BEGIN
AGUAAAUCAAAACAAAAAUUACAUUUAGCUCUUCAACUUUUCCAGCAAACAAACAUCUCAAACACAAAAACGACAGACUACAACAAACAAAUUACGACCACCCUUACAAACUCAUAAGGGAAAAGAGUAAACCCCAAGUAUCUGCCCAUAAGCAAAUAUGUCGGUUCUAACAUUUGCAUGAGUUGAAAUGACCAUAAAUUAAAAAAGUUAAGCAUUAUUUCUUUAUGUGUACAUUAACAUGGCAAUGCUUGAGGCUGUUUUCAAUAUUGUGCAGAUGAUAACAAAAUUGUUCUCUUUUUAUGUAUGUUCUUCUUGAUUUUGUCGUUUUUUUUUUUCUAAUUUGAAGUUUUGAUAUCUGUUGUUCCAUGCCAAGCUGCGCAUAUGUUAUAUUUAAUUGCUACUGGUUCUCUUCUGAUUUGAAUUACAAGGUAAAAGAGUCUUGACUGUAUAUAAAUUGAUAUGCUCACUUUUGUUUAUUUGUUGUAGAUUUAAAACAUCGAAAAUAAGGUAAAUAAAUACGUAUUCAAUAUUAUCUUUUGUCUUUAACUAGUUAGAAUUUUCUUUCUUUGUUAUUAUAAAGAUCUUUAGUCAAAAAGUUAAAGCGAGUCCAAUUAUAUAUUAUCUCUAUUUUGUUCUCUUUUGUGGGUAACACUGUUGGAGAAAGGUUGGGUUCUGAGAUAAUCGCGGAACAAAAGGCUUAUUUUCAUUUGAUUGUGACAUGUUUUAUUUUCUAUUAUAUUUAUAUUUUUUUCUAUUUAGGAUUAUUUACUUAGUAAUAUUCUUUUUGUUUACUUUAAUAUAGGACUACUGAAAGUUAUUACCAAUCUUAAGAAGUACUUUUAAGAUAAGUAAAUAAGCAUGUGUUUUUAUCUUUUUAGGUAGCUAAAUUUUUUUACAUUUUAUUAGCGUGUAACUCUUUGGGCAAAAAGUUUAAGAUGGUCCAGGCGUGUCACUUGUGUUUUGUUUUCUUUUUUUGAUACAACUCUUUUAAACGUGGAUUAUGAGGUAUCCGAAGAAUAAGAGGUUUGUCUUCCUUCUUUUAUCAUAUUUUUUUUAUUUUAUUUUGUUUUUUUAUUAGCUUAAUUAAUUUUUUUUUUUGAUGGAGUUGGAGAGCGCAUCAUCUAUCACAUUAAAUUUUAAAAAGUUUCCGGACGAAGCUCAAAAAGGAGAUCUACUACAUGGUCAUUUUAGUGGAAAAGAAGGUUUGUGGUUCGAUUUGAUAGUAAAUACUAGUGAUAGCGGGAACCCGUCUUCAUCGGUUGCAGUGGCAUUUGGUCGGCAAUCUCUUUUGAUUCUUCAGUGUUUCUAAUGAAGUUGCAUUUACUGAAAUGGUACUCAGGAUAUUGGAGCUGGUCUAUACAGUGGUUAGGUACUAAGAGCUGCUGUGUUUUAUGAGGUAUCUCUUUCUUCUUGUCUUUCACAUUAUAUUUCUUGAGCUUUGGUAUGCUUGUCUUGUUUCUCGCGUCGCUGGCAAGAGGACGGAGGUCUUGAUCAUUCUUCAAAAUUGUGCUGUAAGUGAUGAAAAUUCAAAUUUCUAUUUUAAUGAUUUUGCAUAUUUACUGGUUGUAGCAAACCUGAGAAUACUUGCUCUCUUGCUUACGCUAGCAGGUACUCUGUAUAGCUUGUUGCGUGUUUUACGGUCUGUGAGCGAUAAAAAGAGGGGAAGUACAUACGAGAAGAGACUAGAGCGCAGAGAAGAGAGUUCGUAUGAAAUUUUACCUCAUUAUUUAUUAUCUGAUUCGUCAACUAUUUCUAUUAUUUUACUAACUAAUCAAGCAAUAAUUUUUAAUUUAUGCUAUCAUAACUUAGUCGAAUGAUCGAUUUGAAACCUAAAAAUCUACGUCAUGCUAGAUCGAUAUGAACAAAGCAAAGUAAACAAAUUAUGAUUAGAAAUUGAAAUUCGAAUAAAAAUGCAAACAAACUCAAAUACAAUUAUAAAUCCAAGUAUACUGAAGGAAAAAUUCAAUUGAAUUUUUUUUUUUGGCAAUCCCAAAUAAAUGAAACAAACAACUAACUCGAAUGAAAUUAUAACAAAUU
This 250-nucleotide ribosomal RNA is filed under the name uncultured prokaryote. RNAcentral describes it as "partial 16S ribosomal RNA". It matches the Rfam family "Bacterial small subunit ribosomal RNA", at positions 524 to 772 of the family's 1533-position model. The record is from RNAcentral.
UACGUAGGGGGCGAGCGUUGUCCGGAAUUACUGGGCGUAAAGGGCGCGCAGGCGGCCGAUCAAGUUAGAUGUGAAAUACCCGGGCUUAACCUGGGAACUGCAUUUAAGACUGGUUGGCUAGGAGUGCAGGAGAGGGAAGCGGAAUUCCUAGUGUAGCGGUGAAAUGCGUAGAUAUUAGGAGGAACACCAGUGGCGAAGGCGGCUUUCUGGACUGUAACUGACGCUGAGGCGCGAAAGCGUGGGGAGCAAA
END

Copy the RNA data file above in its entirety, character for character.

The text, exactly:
AGUAAAUCAAAACAAAAAUUACAUUUAGCUCUUCAACUUUUCCAGCAAACAAACAUCUCAAACACAAAAACGACAGACUACAACAAACAAAUUACGACCACCCUUACAAACUCAUAAGGGAAAAGAGUAAACCCCAAGUAUCUGCCCAUAAGCAAAUAUGUCGGUUCUAACAUUUGCAUGAGUUGAAAUGACCAUAAAUUAAAAAAGUUAAGCAUUAUUUCUUUAUGUGUACAUUAACAUGGCAAUGCUUGAGGCUGUUUUCAAUAUUGUGCAGAUGAUAACAAAAUUGUUCUCUUUUUAUGUAUGUUCUUCUUGAUUUUGUCGUUUUUUUUUUUCUAAUUUGAAGUUUUGAUAUCUGUUGUUCCAUGCCAAGCUGCGCAUAUGUUAUAUUUAAUUGCUACUGGUUCUCUUCUGAUUUGAAUUACAAGGUAAAAGAGUCUUGACUGUAUAUAAAUUGAUAUGCUCACUUUUGUUUAUUUGUUGUAGAUUUAAAACAUCGAAAAUAAGGUAAAUAAAUACGUAUUCAAUAUUAUCUUUUGUCUUUAACUAGUUAGAAUUUUCUUUCUUUGUUAUUAUAAAGAUCUUUAGUCAAAAAGUUAAAGCGAGUCCAAUUAUAUAUUAUCUCUAUUUUGUUCUCUUUUGUGGGUAACACUGUUGGAGAAAGGUUGGGUUCUGAGAUAAUCGCGGAACAAAAGGCUUAUUUUCAUUUGAUUGUGACAUGUUUUAUUUUCUAUUAUAUUUAUAUUUUUUUCUAUUUAGGAUUAUUUACUUAGUAAUAUUCUUUUUGUUUACUUUAAUAUAGGACUACUGAAAGUUAUUACCAAUCUUAAGAAGUACUUUUAAGAUAAGUAAAUAAGCAUGUGUUUUUAUCUUUUUAGGUAGCUAAAUUUUUUUACAUUUUAUUAGCGUGUAACUCUUUGGGCAAAAAGUUUAAGAUGGUCCAGGCGUGUCACUUGUGUUUUGUUUUCUUUUUUUGAUACAACUCUUUUAAACGUGGAUUAUGAGGUAUCCGAAGAAUAAGAGGUUUGUCUUCCUUCUUUUAUCAUAUUUUUUUUAUUUUAUUUUGUUUUUUUAUUAGCUUAAUUAAUUUUUUUUUUUGAUGGAGUUGGAGAGCGCAUCAUCUAUCACAUUAAAUUUUAAAAAGUUUCCGGACGAAGCUCAAAAAGGAGAUCUACUACAUGGUCAUUUUAGUGGAAAAGAAGGUUUGUGGUUCGAUUUGAUAGUAAAUACUAGUGAUAGCGGGAACCCGUCUUCAUCGGUUGCAGUGGCAUUUGGUCGGCAAUCUCUUUUGAUUCUUCAGUGUUUCUAAUGAAGUUGCAUUUACUGAAAUGGUACUCAGGAUAUUGGAGCUGGUCUAUACAGUGGUUAGGUACUAAGAGCUGCUGUGUUUUAUGAGGUAUCUCUUUCUUCUUGUCUUUCACAUUAUAUUUCUUGAGCUUUGGUAUGCUUGUCUUGUUUCUCGCGUCGCUGGCAAGAGGACGGAGGUCUUGAUCAUUCUUCAAAAUUGUGCUGUAAGUGAUGAAAAUUCAAAUUUCUAUUUUAAUGAUUUUGCAUAUUUACUGGUUGUAGCAAACCUGAGAAUACUUGCUCUCUUGCUUACGCUAGCAGGUACUCUGUAUAGCUUGUUGCGUGUUUUACGGUCUGUGAGCGAUAAAAAGAGGGGAAGUACAUACGAGAAGAGACUAGAGCGCAGAGAAGAGAGUUCGUAUGAAAUUUUACCUCAUUAUUUAUUAUCUGAUUCGUCAACUAUUUCUAUUAUUUUACUAACUAAUCAAGCAAUAAUUUUUAAUUUAUGCUAUCAUAACUUAGUCGAAUGAUCGAUUUGAAACCUAAAAAUCUACGUCAUGCUAGAUCGAUAUGAACAAAGCAAAGUAAACAAAUUAUGAUUAGAAAUUGAAAUUCGAAUAAAAAUGCAAACAAACUCAAAUACAAUUAUAAAUCCAAGUAUACUGAAGGAAAAAUUCAAUUGAAUUUUUUUUUUUGGCAAUCCCAAAUAAAUGAAACAAACAACUAACUCGAAUGAAAUUAUAACAAAUU
This 250-nucleotide ribosomal RNA is filed under the name uncultured prokaryote. RNAcentral describes it as "partial 16S ribosomal RNA". It matches the Rfam family "Bacterial small subunit ribosomal RNA", at positions 524 to 772 of the family's 1533-position model. The record is from RNAcentral.
UACGUAGGGGGCGAGCGUUGUCCGGAAUUACUGGGCGUAAAGGGCGCGCAGGCGGCCGAUCAAGUUAGAUGUGAAAUACCCGGGCUUAACCUGGGAACUGCAUUUAAGACUGGUUGGCUAGGAGUGCAGGAGAGGGAAGCGGAAUUCCUAGUGUAGCGGUGAAAUGCGUAGAUAUUAGGAGGAACACCAGUGGCGAAGGCGGCUUUCUGGACUGUAACUGACGCUGAGGCGCGAAAGCGUGGGGAGCAAA